Sustainability Linked Bonds Part 1: An Introduction

By Richard Howard

From getting individuals to use their cars less often to persuading companies to build more renewable energy infrastructure, there are many different ways to convince people or groups of people to change their ways.

Sustainability-linked bonds are potentially able to solve a persistent issue in the ESG, green, and sustainable finance world: how to further incentivise sustainable behaviour beyond simply categorising financial investments as ‘green’ based on where the money goes?

In June 2020 the ICMA (International Capital Markets Association) released a report called Sustainability-Linked Bond Principles. This report provides guidelines for companies and individuals involved in world of financial bonds, which:

“aim to further develop the key role that debt markets can play in funding and encouraging companies that contribute to sustainability” [1]

These guidelines are voluntary, but if implemented across the industry could create a whole new class of sustainable financial products.

How Do Sustainability-Linked Bonds Differ From Regular Bonds?

A bond is a method that companies and countries can use to raise debt. All bonds have three key elements:

  1. A principal: the amount of money an issuer borrows from a creditor/investor: e.g. £100m
  2. A coupon or interest rate: the amount of interest paid per year on the value of the principle: e.g. 5% = £5m of interest repayments per year
  3. A maturity date: the date at which the principal must be repaid in full: e.g. 31/06/2025

Bonds differ from loans in two key ways: firstly a bond’s principal is repaid at the maturity date, whereas a loan’s principal is paid off gradually alongside the interest; secondly bonds can be bought and sold, much like shares, on secondary markets much more easily than loans [2].

With a sustainability-linked bond the concept of the maturity date and the principal remain broadly the same, however, the coupon can vary depending on whether or not certain sustainability-linked targets are met. Note – the concept of sustainability-linked loans also exist [3].

The First Sustainability-Linked Bonds

The giant Italian electricity generator and natural gas distributor Enel SpA raised the idea of sustainability-linked bonds with potential investors in September 2019. Enel advertised them with respect to the UNs Sustainable Development Goals (SDGs) and called them SDG-linked bonds [5]. The total bond raise was for €2.5bn split into three tranches (€1bn + €1bn + €0.5bn). The first two were aligned to SDG 7 – Affordable and Clean Energy – and the final one was aligned to SDG 13 – Climate Action. [4].

By way of a demonstration let’s focus on the SDG 13 bond, which has a €500m principal, a 1.125% coupon and matures on 17/10/2034 (€500m 1.125% 17/10/2034 shorthand). The sustainability performance target (SPT) attached to the bond is: “Greenhouse gas emissions are to be equal to or lower than 125g of CO2 per kWh of energy generated by 31 December 2030” [6].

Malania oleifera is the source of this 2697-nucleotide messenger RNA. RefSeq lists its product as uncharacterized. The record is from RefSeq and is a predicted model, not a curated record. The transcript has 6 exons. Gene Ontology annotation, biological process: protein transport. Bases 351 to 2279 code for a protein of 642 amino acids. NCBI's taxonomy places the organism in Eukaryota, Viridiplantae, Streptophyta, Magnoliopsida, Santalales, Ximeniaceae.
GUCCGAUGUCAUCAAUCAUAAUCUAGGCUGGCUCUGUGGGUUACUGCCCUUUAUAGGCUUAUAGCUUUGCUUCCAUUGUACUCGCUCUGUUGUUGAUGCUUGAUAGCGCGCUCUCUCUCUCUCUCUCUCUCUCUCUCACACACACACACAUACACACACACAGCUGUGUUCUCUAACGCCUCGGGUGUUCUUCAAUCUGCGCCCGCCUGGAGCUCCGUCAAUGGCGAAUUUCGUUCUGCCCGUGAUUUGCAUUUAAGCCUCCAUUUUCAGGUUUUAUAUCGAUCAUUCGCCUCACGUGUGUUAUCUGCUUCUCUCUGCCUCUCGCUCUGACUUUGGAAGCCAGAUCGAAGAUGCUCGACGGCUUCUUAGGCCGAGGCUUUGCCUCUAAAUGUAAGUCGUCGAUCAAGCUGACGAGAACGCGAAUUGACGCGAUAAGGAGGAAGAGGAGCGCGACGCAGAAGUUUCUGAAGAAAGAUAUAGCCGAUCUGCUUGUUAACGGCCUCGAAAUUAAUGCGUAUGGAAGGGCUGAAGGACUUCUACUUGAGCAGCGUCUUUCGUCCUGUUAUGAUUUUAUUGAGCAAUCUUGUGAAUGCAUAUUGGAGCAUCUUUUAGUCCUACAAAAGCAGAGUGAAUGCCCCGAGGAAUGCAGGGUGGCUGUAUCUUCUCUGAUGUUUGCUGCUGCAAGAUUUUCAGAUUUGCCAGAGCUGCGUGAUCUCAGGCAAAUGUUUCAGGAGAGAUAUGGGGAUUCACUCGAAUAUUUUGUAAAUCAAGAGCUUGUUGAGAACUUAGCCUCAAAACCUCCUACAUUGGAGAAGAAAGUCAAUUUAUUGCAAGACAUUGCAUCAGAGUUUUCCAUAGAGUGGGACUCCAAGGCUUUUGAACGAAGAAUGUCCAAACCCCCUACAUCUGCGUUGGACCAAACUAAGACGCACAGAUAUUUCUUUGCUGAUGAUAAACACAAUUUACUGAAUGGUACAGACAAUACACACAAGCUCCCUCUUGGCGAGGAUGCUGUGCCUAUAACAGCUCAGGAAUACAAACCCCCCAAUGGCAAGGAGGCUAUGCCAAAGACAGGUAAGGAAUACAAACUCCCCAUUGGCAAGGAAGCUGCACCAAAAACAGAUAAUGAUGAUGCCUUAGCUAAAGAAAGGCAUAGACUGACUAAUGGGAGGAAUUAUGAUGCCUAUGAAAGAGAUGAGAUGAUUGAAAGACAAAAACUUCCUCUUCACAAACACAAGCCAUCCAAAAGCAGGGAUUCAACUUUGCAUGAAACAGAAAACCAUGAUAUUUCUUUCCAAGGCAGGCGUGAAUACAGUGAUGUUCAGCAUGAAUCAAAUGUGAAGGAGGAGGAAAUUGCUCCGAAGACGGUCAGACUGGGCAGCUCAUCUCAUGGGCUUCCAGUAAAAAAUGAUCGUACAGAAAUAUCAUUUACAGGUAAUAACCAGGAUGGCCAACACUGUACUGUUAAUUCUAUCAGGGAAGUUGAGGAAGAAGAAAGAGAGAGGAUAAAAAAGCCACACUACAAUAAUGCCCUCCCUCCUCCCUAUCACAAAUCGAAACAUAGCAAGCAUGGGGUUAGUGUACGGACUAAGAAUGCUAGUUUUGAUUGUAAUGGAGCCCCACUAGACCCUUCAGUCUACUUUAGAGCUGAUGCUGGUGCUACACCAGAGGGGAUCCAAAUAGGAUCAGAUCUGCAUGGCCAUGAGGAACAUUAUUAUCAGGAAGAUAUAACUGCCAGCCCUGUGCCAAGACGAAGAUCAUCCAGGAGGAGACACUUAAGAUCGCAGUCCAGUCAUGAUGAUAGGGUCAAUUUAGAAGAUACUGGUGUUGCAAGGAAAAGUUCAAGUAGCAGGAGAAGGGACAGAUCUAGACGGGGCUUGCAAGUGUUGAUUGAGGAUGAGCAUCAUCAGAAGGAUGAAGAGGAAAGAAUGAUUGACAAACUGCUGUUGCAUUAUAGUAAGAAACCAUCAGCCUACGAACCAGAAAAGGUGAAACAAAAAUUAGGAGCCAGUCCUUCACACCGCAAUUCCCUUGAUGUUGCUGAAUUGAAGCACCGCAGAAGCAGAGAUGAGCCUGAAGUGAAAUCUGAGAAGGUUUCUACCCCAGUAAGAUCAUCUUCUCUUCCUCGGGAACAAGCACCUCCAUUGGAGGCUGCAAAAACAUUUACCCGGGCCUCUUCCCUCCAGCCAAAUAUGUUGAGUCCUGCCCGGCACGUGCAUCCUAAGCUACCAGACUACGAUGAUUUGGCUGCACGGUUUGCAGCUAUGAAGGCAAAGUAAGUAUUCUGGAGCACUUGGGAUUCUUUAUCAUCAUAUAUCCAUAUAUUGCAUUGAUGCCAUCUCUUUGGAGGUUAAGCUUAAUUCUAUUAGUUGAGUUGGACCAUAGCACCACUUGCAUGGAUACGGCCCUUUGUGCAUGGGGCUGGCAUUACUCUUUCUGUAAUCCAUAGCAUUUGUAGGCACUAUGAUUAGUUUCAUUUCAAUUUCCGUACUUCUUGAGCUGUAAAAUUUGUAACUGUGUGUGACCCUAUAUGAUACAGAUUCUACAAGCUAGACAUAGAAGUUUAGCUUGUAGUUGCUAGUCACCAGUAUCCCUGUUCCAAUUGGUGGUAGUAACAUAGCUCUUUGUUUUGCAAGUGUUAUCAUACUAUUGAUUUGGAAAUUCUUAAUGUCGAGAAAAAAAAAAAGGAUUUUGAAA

If that target is not met then a “step up provision” is provided in the fine print of the bond, whereby the coupon of the bond will increase (or step up) by 0.25% in 2031 if Enel fails to provide evidence that the SPT has not been met. Therefore, the annual cost of ‘servicing the debt’ (i.e. paying the coupon) will increase from €5.6m to €6.9m.

As per the terms of the bond, Enel are obliged to produce a sustainability report, which details the direct greenhouse gas emissions for 2030. This report must contain with it an assurance report produced by an external verifier. Failure to produce the assurance report will trigger the step up provision.

For the other 2x €1bn bond tranches, which have maturity dates in 2024 and 2027, the sustainability performance targets were “The Renewables Installed Capacity Percentage as of 31 December 2021 being equal to or exceeding 55% , as confirmed by External Verifier” [5].

Next Steps

When Enel released the bonds to the market in early October they found that the issue was four times oversubscribed [4]. That is, there was €10bn worth of orders for €2.5bn of bonds, highlighting that there is serious demand for these novel sustainable finance products from seasoned sustainability players – Enel are already a large player in the existing green bond market.

Soon after the bond issue the ICMA started a working group to create some guiding principles for sustainability-linked loans. By taking stock of the Enel bond issue ICMA are trying to head off many of the potential problems created by sustainability-linked bonds and simulate further issuance [6, 7].


Sustainability-linked bonds are a new form of green finance and sustainable finance, which will have its role to place in the Great Decarbonisation. However, despite the potential benefits, it is not a given that these bonds will be the silver bullet that will bring clear and concise climate-related finance.

This will be the topic for part two in the series.


  1. ICMA, Sustainability-Linked Bond Principles, Voluntary Process Guidelines, 2020,
  5. Enel SpA, Enel’s General Purpose SDG Linked Bond – Context and Principles, 2019,
  6. Linklaters, ICMA’s Sustainability-Linked Bond Principles align with ENEL issuance, 2020,

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